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Presse Med. 2001 Dec 22-29;30(39-40 Pt 2):59-69.

[Pharmacology of glucocorticoids and ENT pathology].

[Article in French]

Abstract

1. NATURAL AND SYNTHETIC HORMONES: Glucocorticoids are indispensable circulating hormones implicated in carbohydrate and protein metabolism. They also have strong antiinflammatory effects used in therapy. This antiinflammatory activity has led to the development of synthetic compounds with an antiinflammatory action that is much greater than that of the natural hormones (cortisol, cortisone) with reduced mineralocorticoid activity. 2. ANTIINFLAMMATORY EFFICACY OF GLUCOCORTICOIDS: The action of glucocorticoids on the majority of the cells involved in inflammatory reactions, particularly in allergy, and their induction of synthesis of new inflammation mediators explains their antiinflammatory effect. 3.

MECHANISMS OF ACTION:

The antiinflammatory properties of glucocorticoids result basically from their inhibitory effect on synthesis of proinflammatory proteins, in particular many cytokines. Corticoids reduce the production of prostanoids by inhibiting the expression of COX-2, but are much less effective on the production of leukotrienes. Corticoids inhibit the degranulation of human basophils (histamine release) but have no effect on mast cells. 4. ACTIVATION OF A CYTOPLASMIC RECEPTOR: The antiinflammatory effect of glucocorticoids is mediated by binding to a cytoplasmic receptor which, when activated, migrates to the nucleus. The activated receptor can interact with transcription factors (NF-kappa B, AP-1) inhibiting the synthesis of proinflammatory proteins (cytokines, COX-2...). This "transrepressive" activity explains most of the antiinflammatory effects of glucocorticoids. 5. ACTION OF THE ACTIVATED RECEPTOR: The activated receptor can bind to specific sites present on the regulator region of target genes, inducing their transcription (or transactivation). This induction effect on protein synthesis concerns the renin-angiotensin system, neoglucogenesis, and bone metabolism. Increased production of these proteins explain the metabolic and endocrine effects of glucocorticoids which, when exaggerated, particularly with general administration, can lead to undesirable effects. At the present time, our knowledge suggests it would be best to have molecules with a predominant transrepressive activity (antiinflammatory activity) since the transactivator effects appeared to be associated with the undesirable metabolic effects of glucocorticoids. 6. OTHER PHARMACEUTICAL PROPERTIES: Glucocorticoids also have properties that do not require gene expression. These "non-genomic" effects could occur at high dosage "pulse" therapy. We will have to wait for more pertinent clinical information on these effects to use the power of these non-genomic effects to guide our choice of the appropriate glucocorticoid in given clinical situations. 7. LOCAL TREATMENT FOR ALLERGIC RHINITIS: Given locally glucocorticoids reduce the concentration of many inflammatory mediators and the number of inflammatory cells in secretions and nasal biopsies. The efficacy of glucocorticoids is perfectly established in this indication as well as in nasal polyposis. 8. LOCAL TOLERANCE: During the first days of treatment, local application of corticoids on the inflammatory mucosal surface can cause irritation and/or sneezing. These manifestations generally subside in a few days and are more frequent with solutions containing glycol. The dry nose sensation, sometimes associated with minimal epistaxis, is classically reported, though at a low frequency. A few rare cases of ulceration of perforation of the septum have been report and it would be difficult to exclude a mechanical cause related to administration route. It is clear that the risk of mucosal atrophy has been eliminated with the use of nasal corticosteroids. 9. EVALUATION OF THE SYSTEMIC EFFECT OF NASAL CORTICOSTEROIDS: Most of the studies have examined the hypothalamo-pituitary-adrenal axis. These studies have rarely demonstrated, an then in isolated cases, any significant modification at recommended doses. Likewise for other markers of passage into the systemic circulation such as osteocalcine or the number of circulating eosinophils. There is also very little risk of growth impairment in children or cataracts in adults. 10. SHORT-COURSE GENERAL CORTICOSTEROID THERAPY: Short periods are sometimes recommended for rhinitis, sinusitis, polyposis or laryngitis. Use of a short duration treatment (about one week) at doses in the 1 mg/kg/d range, induce a transient inhibition of the corticoadrenal axis in about half the patients; this inhibition disappears in most all cases in two weeks. The clinical risk associated with this alteration in patients under stress (infection, trauma...) remains hypothetical. In any case, it would be advisable to avoid repeating short-course general corticosteroid therapy at close intervals.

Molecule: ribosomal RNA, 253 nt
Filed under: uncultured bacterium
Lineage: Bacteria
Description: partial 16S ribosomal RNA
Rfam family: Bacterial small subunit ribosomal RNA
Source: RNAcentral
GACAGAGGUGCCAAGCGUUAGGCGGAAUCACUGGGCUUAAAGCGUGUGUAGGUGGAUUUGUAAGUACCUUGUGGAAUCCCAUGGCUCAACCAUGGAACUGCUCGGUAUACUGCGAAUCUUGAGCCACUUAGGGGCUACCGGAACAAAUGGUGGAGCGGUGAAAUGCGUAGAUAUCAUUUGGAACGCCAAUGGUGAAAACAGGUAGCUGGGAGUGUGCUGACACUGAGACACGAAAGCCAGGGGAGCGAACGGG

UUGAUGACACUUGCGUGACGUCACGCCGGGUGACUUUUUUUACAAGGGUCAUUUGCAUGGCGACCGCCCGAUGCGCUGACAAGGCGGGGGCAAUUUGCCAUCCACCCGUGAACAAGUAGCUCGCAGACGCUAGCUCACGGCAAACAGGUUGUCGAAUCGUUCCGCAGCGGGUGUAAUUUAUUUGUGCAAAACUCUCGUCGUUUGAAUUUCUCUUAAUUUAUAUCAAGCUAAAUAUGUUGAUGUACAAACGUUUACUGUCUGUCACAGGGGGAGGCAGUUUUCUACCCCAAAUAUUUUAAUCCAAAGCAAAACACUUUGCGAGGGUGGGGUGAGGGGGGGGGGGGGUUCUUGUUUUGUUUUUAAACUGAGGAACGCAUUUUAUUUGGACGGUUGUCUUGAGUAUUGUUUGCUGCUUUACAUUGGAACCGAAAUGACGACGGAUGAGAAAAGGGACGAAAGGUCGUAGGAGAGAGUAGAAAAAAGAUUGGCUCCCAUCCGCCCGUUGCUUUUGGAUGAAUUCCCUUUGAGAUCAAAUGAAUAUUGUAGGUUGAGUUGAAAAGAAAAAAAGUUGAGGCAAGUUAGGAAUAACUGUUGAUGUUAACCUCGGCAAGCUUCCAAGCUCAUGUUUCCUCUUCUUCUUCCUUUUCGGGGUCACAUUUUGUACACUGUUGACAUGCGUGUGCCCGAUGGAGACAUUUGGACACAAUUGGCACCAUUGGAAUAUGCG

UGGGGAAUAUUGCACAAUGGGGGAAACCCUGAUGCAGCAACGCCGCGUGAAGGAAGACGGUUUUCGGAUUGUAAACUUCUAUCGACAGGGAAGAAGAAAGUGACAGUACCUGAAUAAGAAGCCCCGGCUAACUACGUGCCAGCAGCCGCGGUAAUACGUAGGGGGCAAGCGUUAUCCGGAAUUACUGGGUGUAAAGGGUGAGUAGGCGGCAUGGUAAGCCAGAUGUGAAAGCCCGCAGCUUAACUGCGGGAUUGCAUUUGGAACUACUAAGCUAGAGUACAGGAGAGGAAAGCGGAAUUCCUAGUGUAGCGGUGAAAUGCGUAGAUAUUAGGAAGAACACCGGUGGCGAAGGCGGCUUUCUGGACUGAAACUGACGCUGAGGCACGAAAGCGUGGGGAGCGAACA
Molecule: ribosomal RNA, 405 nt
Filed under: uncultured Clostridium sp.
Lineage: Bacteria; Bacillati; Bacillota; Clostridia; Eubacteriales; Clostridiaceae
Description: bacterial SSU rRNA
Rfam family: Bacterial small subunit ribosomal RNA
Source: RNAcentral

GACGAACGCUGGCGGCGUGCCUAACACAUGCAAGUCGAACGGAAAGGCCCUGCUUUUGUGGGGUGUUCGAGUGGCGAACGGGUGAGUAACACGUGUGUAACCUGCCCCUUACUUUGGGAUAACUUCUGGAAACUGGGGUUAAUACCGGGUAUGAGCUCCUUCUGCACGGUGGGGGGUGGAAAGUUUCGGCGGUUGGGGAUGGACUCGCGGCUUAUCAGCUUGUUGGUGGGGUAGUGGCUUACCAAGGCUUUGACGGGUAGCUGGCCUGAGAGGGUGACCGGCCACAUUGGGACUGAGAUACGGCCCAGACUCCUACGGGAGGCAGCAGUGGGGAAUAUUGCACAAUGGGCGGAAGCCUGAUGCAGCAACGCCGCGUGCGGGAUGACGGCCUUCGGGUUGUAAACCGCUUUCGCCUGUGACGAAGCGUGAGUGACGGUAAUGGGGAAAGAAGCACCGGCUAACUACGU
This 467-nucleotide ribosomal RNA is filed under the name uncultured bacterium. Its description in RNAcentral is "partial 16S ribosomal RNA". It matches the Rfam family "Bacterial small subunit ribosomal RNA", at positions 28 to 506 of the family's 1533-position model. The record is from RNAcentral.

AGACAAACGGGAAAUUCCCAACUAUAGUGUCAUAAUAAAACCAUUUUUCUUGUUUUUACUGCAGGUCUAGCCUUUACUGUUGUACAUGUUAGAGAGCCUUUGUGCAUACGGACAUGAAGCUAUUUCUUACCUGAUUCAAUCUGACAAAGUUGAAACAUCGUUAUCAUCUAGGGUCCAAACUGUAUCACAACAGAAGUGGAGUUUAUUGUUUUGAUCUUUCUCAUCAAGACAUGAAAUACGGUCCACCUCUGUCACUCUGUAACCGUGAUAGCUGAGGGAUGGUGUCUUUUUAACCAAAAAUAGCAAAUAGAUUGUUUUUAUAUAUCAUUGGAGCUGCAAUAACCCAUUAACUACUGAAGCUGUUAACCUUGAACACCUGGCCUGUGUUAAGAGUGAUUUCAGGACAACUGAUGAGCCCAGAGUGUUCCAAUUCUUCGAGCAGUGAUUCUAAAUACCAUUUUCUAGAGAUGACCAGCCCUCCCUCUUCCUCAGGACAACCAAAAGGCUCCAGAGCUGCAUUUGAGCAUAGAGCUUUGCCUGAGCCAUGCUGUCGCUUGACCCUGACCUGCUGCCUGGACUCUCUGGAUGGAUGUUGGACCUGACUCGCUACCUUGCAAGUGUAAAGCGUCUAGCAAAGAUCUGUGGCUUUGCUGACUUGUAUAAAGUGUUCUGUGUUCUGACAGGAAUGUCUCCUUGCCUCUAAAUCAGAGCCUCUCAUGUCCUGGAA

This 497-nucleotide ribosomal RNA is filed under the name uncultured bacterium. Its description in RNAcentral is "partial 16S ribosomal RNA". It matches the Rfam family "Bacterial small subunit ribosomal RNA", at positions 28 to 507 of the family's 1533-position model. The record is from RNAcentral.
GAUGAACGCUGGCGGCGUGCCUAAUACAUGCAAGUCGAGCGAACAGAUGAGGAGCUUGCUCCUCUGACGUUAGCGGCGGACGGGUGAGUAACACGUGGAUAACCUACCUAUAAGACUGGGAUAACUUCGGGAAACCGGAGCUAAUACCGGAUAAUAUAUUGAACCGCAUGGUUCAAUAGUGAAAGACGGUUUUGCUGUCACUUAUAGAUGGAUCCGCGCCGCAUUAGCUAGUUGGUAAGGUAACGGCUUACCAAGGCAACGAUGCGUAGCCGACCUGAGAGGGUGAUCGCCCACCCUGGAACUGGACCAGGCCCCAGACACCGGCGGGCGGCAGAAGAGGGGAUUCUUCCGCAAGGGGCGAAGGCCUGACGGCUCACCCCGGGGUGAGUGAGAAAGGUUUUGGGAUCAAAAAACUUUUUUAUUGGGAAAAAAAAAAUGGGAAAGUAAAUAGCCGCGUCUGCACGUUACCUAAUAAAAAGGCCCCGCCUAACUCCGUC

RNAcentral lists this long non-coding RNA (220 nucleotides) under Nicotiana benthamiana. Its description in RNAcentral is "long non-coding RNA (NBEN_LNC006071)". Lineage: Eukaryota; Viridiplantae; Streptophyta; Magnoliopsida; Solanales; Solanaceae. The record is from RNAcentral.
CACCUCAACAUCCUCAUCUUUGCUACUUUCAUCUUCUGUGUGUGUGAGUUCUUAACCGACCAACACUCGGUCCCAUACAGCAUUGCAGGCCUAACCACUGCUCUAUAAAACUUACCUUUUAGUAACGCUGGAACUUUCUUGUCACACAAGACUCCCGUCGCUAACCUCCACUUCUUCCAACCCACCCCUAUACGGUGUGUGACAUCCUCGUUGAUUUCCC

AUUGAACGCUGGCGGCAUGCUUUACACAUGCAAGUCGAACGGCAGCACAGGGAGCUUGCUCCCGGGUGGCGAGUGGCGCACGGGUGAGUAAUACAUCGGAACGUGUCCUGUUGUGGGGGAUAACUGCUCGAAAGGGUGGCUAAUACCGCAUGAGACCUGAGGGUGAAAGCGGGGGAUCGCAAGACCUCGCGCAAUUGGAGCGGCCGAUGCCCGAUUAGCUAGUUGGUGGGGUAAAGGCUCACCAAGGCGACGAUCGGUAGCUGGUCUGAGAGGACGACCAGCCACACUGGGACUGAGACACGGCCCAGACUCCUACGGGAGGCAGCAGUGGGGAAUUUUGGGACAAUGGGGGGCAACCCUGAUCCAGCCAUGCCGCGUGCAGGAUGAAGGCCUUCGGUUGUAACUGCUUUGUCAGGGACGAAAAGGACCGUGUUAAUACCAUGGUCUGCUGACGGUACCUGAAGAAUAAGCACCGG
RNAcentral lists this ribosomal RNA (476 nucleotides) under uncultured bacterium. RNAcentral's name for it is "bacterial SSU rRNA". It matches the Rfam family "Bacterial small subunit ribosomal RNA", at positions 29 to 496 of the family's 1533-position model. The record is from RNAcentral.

PMID:
11819915
[Indexed for MEDLINE]
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